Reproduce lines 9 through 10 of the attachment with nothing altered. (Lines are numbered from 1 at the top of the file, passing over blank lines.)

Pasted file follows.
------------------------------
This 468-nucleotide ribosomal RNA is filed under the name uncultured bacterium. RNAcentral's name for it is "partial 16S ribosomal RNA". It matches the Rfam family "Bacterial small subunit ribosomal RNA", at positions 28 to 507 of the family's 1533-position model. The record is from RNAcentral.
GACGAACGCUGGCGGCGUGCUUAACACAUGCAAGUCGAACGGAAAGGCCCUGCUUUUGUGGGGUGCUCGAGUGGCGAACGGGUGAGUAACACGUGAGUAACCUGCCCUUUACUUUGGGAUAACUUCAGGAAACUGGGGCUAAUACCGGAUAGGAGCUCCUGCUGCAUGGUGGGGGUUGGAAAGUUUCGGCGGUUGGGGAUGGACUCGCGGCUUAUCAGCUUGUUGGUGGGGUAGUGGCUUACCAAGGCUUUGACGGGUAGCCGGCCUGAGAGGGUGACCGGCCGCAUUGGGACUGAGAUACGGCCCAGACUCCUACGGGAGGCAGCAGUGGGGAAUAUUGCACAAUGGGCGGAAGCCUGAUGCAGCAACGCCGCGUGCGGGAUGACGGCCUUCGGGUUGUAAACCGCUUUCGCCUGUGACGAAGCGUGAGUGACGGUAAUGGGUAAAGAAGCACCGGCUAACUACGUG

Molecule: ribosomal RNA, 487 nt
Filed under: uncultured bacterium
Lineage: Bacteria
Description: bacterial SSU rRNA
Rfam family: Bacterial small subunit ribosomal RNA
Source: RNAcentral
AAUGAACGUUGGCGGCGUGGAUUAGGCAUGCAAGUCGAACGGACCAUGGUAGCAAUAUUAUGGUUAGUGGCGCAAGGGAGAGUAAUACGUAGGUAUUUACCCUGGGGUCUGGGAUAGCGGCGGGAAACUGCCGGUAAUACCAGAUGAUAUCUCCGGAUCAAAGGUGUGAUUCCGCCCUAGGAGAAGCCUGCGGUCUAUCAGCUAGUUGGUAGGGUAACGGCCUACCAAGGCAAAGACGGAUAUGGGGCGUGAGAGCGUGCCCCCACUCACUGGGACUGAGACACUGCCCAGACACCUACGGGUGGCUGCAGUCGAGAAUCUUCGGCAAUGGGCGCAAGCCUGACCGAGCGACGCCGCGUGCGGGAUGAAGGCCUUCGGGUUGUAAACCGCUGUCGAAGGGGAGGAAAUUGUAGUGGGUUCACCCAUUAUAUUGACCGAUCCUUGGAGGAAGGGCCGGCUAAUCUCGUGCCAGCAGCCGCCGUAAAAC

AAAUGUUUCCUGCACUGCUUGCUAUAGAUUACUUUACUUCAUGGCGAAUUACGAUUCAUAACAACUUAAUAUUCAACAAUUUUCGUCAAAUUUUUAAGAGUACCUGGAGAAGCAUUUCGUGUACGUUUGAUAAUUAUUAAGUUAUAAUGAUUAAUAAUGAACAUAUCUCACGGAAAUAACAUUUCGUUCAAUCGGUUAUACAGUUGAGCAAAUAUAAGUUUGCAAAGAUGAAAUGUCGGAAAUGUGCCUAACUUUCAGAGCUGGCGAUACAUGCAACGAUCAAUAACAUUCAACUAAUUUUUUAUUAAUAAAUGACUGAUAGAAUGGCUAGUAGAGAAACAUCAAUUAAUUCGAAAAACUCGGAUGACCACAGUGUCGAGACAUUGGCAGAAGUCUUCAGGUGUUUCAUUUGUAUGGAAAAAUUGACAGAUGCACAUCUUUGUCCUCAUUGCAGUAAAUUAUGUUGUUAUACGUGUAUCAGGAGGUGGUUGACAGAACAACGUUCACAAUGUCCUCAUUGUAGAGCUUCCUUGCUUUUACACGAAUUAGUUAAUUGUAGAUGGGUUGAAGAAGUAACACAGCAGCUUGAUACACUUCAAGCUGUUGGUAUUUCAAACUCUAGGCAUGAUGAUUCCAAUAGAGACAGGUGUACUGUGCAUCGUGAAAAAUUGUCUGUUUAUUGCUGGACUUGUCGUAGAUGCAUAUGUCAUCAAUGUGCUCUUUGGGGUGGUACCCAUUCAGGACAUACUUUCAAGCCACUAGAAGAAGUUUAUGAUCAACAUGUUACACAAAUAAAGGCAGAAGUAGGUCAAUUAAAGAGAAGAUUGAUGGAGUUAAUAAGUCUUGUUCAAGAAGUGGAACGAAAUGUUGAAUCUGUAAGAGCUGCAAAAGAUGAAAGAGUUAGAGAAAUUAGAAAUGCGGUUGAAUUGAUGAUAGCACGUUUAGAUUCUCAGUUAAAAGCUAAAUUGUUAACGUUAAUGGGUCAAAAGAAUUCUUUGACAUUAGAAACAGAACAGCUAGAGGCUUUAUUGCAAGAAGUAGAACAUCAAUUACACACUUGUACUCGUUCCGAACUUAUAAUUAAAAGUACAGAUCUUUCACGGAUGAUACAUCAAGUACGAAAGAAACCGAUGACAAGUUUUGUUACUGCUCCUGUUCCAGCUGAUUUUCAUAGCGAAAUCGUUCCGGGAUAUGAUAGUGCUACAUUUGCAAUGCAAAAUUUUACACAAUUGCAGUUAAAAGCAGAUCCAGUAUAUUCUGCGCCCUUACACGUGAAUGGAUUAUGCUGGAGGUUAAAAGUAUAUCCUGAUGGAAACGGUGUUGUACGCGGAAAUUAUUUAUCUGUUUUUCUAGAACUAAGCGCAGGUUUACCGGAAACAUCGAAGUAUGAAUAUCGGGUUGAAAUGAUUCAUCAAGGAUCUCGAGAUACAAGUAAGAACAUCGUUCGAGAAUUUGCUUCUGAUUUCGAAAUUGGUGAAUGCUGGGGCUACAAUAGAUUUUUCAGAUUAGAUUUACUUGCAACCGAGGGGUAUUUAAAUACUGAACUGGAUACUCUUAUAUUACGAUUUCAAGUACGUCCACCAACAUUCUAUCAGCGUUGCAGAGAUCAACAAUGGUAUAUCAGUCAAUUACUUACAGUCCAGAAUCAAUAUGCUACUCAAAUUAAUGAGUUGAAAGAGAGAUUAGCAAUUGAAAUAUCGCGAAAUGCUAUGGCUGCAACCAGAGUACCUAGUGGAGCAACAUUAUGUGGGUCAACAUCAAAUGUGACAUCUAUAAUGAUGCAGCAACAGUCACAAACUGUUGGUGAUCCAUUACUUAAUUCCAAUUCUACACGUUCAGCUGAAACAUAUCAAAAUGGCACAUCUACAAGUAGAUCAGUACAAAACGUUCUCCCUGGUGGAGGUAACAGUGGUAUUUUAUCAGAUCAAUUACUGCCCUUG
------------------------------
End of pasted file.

AAUGAACGUUGGCGGCGUGGAUUAGGCAUGCAAGUCGAACGGACCAUGGUAGCAAUAUUAUGGUUAGUGGCGCAAGGGAGAGUAAUACGUAGGUAUUUACCCUGGGGUCUGGGAUAGCGGCGGGAAACUGCCGGUAAUACCAGAUGAUAUCUCCGGAUCAAAGGUGUGAUUCCGCCCUAGGAGAAGCCUGCGGUCUAUCAGCUAGUUGGUAGGGUAACGGCCUACCAAGGCAAAGACGGAUAUGGGGCGUGAGAGCGUGCCCCCACUCACUGGGACUGAGACACUGCCCAGACACCUACGGGUGGCUGCAGUCGAGAAUCUUCGGCAAUGGGCGCAAGCCUGACCGAGCGACGCCGCGUGCGGGAUGAAGGCCUUCGGGUUGUAAACCGCUGUCGAAGGGGAGGAAAUUGUAGUGGGUUCACCCAUUAUAUUGACCGAUCCUUGGAGGAAGGGCCGGCUAAUCUCGUGCCAGCAGCCGCCGUAAAAC

AAAUGUUUCCUGCACUGCUUGCUAUAGAUUACUUUACUUCAUGGCGAAUUACGAUUCAUAACAACUUAAUAUUCAACAAUUUUCGUCAAAUUUUUAAGAGUACCUGGAGAAGCAUUUCGUGUACGUUUGAUAAUUAUUAAGUUAUAAUGAUUAAUAAUGAACAUAUCUCACGGAAAUAACAUUUCGUUCAAUCGGUUAUACAGUUGAGCAAAUAUAAGUUUGCAAAGAUGAAAUGUCGGAAAUGUGCCUAACUUUCAGAGCUGGCGAUACAUGCAACGAUCAAUAACAUUCAACUAAUUUUUUAUUAAUAAAUGACUGAUAGAAUGGCUAGUAGAGAAACAUCAAUUAAUUCGAAAAACUCGGAUGACCACAGUGUCGAGACAUUGGCAGAAGUCUUCAGGUGUUUCAUUUGUAUGGAAAAAUUGACAGAUGCACAUCUUUGUCCUCAUUGCAGUAAAUUAUGUUGUUAUACGUGUAUCAGGAGGUGGUUGACAGAACAACGUUCACAAUGUCCUCAUUGUAGAGCUUCCUUGCUUUUACACGAAUUAGUUAAUUGUAGAUGGGUUGAAGAAGUAACACAGCAGCUUGAUACACUUCAAGCUGUUGGUAUUUCAAACUCUAGGCAUGAUGAUUCCAAUAGAGACAGGUGUACUGUGCAUCGUGAAAAAUUGUCUGUUUAUUGCUGGACUUGUCGUAGAUGCAUAUGUCAUCAAUGUGCUCUUUGGGGUGGUACCCAUUCAGGACAUACUUUCAAGCCACUAGAAGAAGUUUAUGAUCAACAUGUUACACAAAUAAAGGCAGAAGUAGGUCAAUUAAAGAGAAGAUUGAUGGAGUUAAUAAGUCUUGUUCAAGAAGUGGAACGAAAUGUUGAAUCUGUAAGAGCUGCAAAAGAUGAAAGAGUUAGAGAAAUUAGAAAUGCGGUUGAAUUGAUGAUAGCACGUUUAGAUUCUCAGUUAAAAGCUAAAUUGUUAACGUUAAUGGGUCAAAAGAAUUCUUUGACAUUAGAAACAGAACAGCUAGAGGCUUUAUUGCAAGAAGUAGAACAUCAAUUACACACUUGUACUCGUUCCGAACUUAUAAUUAAAAGUACAGAUCUUUCACGGAUGAUACAUCAAGUACGAAAGAAACCGAUGACAAGUUUUGUUACUGCUCCUGUUCCAGCUGAUUUUCAUAGCGAAAUCGUUCCGGGAUAUGAUAGUGCUACAUUUGCAAUGCAAAAUUUUACACAAUUGCAGUUAAAAGCAGAUCCAGUAUAUUCUGCGCCCUUACACGUGAAUGGAUUAUGCUGGAGGUUAAAAGUAUAUCCUGAUGGAAACGGUGUUGUACGCGGAAAUUAUUUAUCUGUUUUUCUAGAACUAAGCGCAGGUUUACCGGAAACAUCGAAGUAUGAAUAUCGGGUUGAAAUGAUUCAUCAAGGAUCUCGAGAUACAAGUAAGAACAUCGUUCGAGAAUUUGCUUCUGAUUUCGAAAUUGGUGAAUGCUGGGGCUACAAUAGAUUUUUCAGAUUAGAUUUACUUGCAACCGAGGGGUAUUUAAAUACUGAACUGGAUACUCUUAUAUUACGAUUUCAAGUACGUCCACCAACAUUCUAUCAGCGUUGCAGAGAUCAACAAUGGUAUAUCAGUCAAUUACUUACAGUCCAGAAUCAAUAUGCUACUCAAAUUAAUGAGUUGAAAGAGAGAUUAGCAAUUGAAAUAUCGCGAAAUGCUAUGGCUGCAACCAGAGUACCUAGUGGAGCAACAUUAUGUGGGUCAACAUCAAAUGUGACAUCUAUAAUGAUGCAGCAACAGUCACAAACUGUUGGUGAUCCAUUACUUAAUUCCAAUUCUACACGUUCAGCUGAAACAUAUCAAAAUGGCACAUCUACAAGUAGAUCAGUACAAAACGUUCUCCCUGGUGGAGGUAACAGUGGUAUUUUAUCAGAUCAAUUACUGCCCUUG